July 2018
Volume 59, Issue 9
Open Access
ARVO Annual Meeting Abstract  |   July 2018
Three-dimensional ex vivo modeling of Graves’ orbitopathy reveals a novel pathogenic role for the HIF2A-LOX pathway
Author Affiliations & Notes
  • Fumihito Hikage
    University of Michigan, Ann Arbor, Michigan, United States
  • Stephen Atkins
    University of Michigan, Ann Arbor, Michigan, United States
  • Alon Kahana
    University of Michigan, Ann Arbor, Michigan, United States
  • Terry Smith
    University of Michigan, Ann Arbor, Michigan, United States
  • Tae-Hwa Chun
    University of Michigan, Ann Arbor, Michigan, United States
  • Footnotes
    Commercial Relationships   Fumihito Hikage, None; Stephen Atkins, None; Alon Kahana, None; Terry Smith, None; Tae-Hwa Chun, None
  • Footnotes
    Support  NIH DK095137
Investigative Ophthalmology & Visual Science July 2018, Vol.59, 1142. doi:
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      Fumihito Hikage, Stephen Atkins, Alon Kahana, Terry Smith, Tae-Hwa Chun; Three-dimensional ex vivo modeling of Graves’ orbitopathy reveals a novel pathogenic role for the HIF2A-LOX pathway. Invest. Ophthalmol. Vis. Sci. 2018;59(9):1142.

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      © ARVO (1962-2015); The Authors (2016-present)

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Abstract

Purpose : Pathophysiology of Graves’ orbitopathy (GO) is elusive, owning in part to insufficient preclinical and translational disease models. We developed a three-dimensional (3D) organoid culture system to recapitulate Graves’ orbital fibroblast (OF) behavior ex vivo, and employed it to mechanistically probe the adipose tissue fibrosis and inflammation underlying GO.

Methods : We obtained human OFs from surgical waste samples of de-identified GO and non-GO (N-GO) patients (n=5 per group). We generated 3D OF organoids in hanging-droplet culture, and employed micro-indentation to measure their stiffness, and gene/protein expression analysis to assess their fibrotic phenotype. We evaluated fibrocyte invasion into organoids through co-culture, and defined HIF2A as a mediator of fibrotic and inflammatory responses through shRNA-based knockdown in human OFs, and overexpression of mutant HIF2A in mouse OFs.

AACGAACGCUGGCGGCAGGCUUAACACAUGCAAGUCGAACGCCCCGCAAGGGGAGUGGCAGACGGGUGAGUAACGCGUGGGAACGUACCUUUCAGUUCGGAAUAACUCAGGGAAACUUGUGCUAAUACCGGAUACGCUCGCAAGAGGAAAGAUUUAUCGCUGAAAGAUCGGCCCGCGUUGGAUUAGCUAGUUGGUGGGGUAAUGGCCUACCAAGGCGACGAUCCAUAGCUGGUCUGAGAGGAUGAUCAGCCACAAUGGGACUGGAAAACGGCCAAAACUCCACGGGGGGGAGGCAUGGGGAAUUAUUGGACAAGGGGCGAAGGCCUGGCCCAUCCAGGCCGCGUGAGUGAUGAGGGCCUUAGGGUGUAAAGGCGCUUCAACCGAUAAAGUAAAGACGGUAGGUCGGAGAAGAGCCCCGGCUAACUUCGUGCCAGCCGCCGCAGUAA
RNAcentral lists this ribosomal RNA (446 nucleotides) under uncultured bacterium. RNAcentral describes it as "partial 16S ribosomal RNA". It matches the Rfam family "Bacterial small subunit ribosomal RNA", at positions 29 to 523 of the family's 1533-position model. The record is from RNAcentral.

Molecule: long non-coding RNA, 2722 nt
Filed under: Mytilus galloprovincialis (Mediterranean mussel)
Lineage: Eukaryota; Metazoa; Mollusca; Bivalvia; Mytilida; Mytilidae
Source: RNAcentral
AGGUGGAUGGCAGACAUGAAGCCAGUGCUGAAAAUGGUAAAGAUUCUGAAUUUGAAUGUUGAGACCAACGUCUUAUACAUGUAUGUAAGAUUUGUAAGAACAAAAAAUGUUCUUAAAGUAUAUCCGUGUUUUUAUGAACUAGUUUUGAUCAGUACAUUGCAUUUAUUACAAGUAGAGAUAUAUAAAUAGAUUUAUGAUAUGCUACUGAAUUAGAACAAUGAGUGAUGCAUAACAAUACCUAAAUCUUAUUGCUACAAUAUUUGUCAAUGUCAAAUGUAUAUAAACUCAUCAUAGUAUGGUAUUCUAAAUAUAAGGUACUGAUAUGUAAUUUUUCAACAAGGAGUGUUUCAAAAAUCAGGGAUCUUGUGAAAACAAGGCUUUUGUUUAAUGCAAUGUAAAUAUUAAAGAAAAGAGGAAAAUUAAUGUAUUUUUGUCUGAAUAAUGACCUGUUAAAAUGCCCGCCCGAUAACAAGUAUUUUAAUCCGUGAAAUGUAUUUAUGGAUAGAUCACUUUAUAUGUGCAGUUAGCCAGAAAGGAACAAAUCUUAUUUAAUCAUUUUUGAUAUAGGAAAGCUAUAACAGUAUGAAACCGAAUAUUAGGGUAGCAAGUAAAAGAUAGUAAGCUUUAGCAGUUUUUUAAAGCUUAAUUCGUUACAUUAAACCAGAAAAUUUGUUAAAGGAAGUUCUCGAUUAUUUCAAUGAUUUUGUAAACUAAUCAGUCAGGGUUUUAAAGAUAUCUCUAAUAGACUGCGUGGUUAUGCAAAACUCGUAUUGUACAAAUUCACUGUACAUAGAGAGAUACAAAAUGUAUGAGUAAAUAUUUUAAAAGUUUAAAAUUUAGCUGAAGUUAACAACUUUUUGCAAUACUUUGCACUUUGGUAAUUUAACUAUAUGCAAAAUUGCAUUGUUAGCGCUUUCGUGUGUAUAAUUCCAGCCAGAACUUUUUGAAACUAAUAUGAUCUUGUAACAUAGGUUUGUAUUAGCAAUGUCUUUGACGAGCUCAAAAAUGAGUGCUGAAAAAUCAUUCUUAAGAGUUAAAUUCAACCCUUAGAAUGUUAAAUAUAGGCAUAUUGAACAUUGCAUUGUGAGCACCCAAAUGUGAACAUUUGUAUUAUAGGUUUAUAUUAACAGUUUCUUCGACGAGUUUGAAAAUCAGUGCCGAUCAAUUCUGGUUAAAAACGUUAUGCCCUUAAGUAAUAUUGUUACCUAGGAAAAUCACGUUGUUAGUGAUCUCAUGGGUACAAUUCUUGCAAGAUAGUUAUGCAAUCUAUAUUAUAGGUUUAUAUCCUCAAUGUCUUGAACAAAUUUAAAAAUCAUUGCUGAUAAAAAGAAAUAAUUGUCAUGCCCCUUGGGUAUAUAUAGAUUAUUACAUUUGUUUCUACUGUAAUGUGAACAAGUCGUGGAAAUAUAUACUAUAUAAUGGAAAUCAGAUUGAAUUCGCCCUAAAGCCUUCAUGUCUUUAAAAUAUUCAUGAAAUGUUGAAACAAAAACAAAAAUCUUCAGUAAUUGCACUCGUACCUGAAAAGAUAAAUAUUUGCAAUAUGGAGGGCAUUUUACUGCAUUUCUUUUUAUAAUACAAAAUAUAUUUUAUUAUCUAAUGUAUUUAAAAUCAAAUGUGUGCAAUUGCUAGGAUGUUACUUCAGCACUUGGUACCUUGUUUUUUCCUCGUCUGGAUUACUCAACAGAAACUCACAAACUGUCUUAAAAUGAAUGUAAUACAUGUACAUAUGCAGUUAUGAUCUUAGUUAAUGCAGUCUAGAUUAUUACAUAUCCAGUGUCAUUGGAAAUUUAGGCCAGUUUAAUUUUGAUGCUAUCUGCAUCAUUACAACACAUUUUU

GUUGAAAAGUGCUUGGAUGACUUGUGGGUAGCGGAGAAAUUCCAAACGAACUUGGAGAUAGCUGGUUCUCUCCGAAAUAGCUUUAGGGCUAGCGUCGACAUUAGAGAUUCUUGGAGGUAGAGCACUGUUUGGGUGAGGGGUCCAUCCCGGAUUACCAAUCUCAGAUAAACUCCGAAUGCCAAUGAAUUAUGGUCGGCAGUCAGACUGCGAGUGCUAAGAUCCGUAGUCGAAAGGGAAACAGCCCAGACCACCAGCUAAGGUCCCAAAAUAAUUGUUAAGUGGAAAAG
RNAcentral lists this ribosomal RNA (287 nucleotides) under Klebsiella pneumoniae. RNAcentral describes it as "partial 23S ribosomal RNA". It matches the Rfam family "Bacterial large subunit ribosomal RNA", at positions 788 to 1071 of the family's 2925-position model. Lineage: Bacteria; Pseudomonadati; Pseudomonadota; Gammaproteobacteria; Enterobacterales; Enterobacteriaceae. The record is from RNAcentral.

Results : Tissue stiffness was significantly greater in GO versus N-GO organoids (GO 1.34±0.05µN/µm, n=43; N-GO 1.06±0.18, n=32; p<0.001), and corresponded with elevated deposition of collagen (COL) 3, 4, 6, and fibronectin (FN). Thyrotropin receptor activation further enhanced COL6 and FN accumulation in GO organoids. GO organoids were more susceptible than N-GO organoids to fibrocyte invasion, and corresponding induction of IL-6 mRNA. Additionally, the transcript encoding lysyl oxidase (LOX), a mediator of collagen fibrillogenesis, was elevated 2-fold (p=0.03) in GO organoids, while that encoding hypoxia-inducible factor 2α (HIF2A), an upstream regulator of LOX, increased by 2.3-fold (p=0.002). The LOX antagonist BAPN ameliorated COL1 and 4 accumulation, while HIF2A knockdown inhibited LOX expression. Both maneuvers reduced GO organoid stiffness. Conversely, a constitutively active HIF2A mutant induced LOX expression and augmented tissue stiffness in mouse OF organoids. In keeping with these findings, expression of HIF2A-LOX pathway components was greater in orbital tissues from GO versus N-GO patients. Importantly, HIF2A and LOX were unchanged between GO and N-GO cells in standard 2D culture, highlighting the importance of 3D cell-cell interaction for study of this clinically relevant pathway.

Conclusions : HIF2A-LOX may serve as a novel therapeutic target of GO and can be mechanistically studied in a novel 3D organoid culture system.

This is an abstract that was submitted for the 2018 ARVO Annual Meeting, held in Honolulu, Hawaii, April 29 - May 3, 2018.

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